Results of the Governor General's Literary Award in the year 1996.
The Englishman’s Boy brilliantly links together Hollywood in the 1920s with one of the bloodiest, most brutal events of the nineteenth-century Canadian West—the Cypress Hills Massacre. Vanderhaeghe’s rendering of the stark, dramatic beauty of the western landscape and of Hollywood in its most extravagant era—with its visionaries, celebrities, and dreamers—provides vivid background for scenes of action, adventure, and intrigue. Richly textured, evocative of time and place, this is an unforgettable novel about power, greed, and the pull of dreams that has at its centre the haunting story of a young drifter—“the Englishman’s boy”—whose fate, ultimately, is a tragic one.
Margaret Atwood takes us back in time and into the life and mind of one of the most enigmatic and notorious women of the nineteenth century. Grace Marks has been convicted for her involvement in the vicious murders of her employer, the wealthy Thomas Kinnear, and of Nancy Montgomery, his housekeeper and mistress. Some believe Grace is innocent; others think her evil or insane. Now serving a life sentence after a stint in Toronto’s lunatic asylum, Grace herself claims to have no memory of the murders.
Dr. Simon Jordan, an up-and-coming expert in the burgeoning field of mental illness, is engaged by a group of reformers and spiritualists who seek a pardon for Grace. He listens to her story, from her family’s difficult passage out of Ireland into Canada, to her time as a maid in Thomas Kinnear’s household. As he brings Grace closer and closer to the day she cannot remember, he hears of the turbulent relationship between Kinnear and Nancy Montgomery, and of the alarming behavior of Grace’s fellow servant, James McDermott. Jordan is drawn to Grace, but he is also baffled by her. What will he find in attempting to unlock her memories? Is Grace a female fiend, a bloodthirsty femme fatale? Or is she a victim of circumstances?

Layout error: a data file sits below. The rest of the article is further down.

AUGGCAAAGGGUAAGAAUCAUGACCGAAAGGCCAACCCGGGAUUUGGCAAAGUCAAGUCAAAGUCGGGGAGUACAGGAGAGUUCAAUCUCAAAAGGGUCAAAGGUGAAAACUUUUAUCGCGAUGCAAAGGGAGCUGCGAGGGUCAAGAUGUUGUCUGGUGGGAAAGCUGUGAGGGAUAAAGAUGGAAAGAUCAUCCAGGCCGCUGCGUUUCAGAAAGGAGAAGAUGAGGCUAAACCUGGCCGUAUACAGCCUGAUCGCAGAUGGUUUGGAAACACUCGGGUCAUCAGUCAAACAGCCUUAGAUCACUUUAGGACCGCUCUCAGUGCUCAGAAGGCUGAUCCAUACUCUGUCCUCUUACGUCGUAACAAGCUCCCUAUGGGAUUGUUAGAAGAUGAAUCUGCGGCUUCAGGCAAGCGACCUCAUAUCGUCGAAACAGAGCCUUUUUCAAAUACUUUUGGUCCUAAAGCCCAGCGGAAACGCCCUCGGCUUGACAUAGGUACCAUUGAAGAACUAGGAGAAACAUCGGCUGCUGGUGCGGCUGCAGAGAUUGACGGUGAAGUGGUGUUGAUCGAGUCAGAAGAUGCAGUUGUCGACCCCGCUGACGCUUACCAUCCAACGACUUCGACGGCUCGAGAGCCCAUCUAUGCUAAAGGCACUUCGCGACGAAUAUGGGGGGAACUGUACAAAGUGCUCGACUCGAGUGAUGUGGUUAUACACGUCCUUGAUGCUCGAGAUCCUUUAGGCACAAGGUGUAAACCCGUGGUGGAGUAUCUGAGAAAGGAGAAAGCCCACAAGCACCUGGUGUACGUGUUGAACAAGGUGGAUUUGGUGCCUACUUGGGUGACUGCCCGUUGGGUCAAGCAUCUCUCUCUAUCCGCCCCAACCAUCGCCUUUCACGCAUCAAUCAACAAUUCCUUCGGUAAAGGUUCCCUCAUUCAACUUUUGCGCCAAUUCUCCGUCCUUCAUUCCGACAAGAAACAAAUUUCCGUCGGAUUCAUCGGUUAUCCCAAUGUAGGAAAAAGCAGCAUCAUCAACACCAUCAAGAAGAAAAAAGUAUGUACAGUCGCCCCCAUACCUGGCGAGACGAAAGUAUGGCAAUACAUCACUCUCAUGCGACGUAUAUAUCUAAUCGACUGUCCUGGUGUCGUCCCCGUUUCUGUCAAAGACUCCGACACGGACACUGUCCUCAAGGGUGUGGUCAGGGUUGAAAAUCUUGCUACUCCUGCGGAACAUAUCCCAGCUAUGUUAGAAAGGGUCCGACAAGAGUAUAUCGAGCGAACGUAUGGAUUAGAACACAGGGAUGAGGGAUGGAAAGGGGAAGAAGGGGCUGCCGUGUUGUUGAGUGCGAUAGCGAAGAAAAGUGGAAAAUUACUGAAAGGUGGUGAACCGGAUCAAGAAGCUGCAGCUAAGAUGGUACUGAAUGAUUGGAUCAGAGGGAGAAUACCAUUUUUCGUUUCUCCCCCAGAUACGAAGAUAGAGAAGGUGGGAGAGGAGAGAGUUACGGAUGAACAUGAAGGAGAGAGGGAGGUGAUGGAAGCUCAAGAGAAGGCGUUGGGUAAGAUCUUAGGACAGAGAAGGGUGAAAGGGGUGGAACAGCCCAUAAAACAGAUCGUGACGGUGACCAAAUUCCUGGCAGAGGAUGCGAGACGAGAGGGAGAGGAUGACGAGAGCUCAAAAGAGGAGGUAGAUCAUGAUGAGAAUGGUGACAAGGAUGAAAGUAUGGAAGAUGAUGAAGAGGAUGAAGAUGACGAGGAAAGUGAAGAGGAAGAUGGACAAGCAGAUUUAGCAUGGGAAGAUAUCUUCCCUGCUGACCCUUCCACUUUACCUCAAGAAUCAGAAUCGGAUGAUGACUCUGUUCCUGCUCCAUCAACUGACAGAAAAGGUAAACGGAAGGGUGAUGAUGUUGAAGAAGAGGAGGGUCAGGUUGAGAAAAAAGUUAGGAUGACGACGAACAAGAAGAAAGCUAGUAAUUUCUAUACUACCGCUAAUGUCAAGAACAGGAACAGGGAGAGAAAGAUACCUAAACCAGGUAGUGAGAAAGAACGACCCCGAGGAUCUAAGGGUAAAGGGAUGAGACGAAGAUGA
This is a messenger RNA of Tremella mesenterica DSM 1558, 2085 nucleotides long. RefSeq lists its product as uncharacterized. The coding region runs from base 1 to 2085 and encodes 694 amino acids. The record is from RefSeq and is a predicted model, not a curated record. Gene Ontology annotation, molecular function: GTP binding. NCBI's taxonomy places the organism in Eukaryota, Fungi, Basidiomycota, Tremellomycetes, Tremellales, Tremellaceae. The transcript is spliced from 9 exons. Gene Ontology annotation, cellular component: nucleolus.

Playwright and actor Cordelia Strube’s third novel is an unsettling portrayal of life as a single mom in the city. Rita Johnson lives with her six-year-old son, Max, fibroids on her uterus, and battered self-esteem. “She has noticed that generally, if she says little, admirable qualities will be projected onto her. Her mistake has always been to open her mouth.” Adding to Rita’s tapestry of despair are her Archie Bunker-like father, an MS-stricken mother who also suffers from dementia, an unhappily married sister, and a mentally ill brother. And then there’s Max’s absentee father, a troubled surgeon damaged by his work in war-torn parts of the world. Rita spends her days writing scripts for industrial videos, battling the mice that have invaded her house, and trying to shield her son from a world she has lost faith in.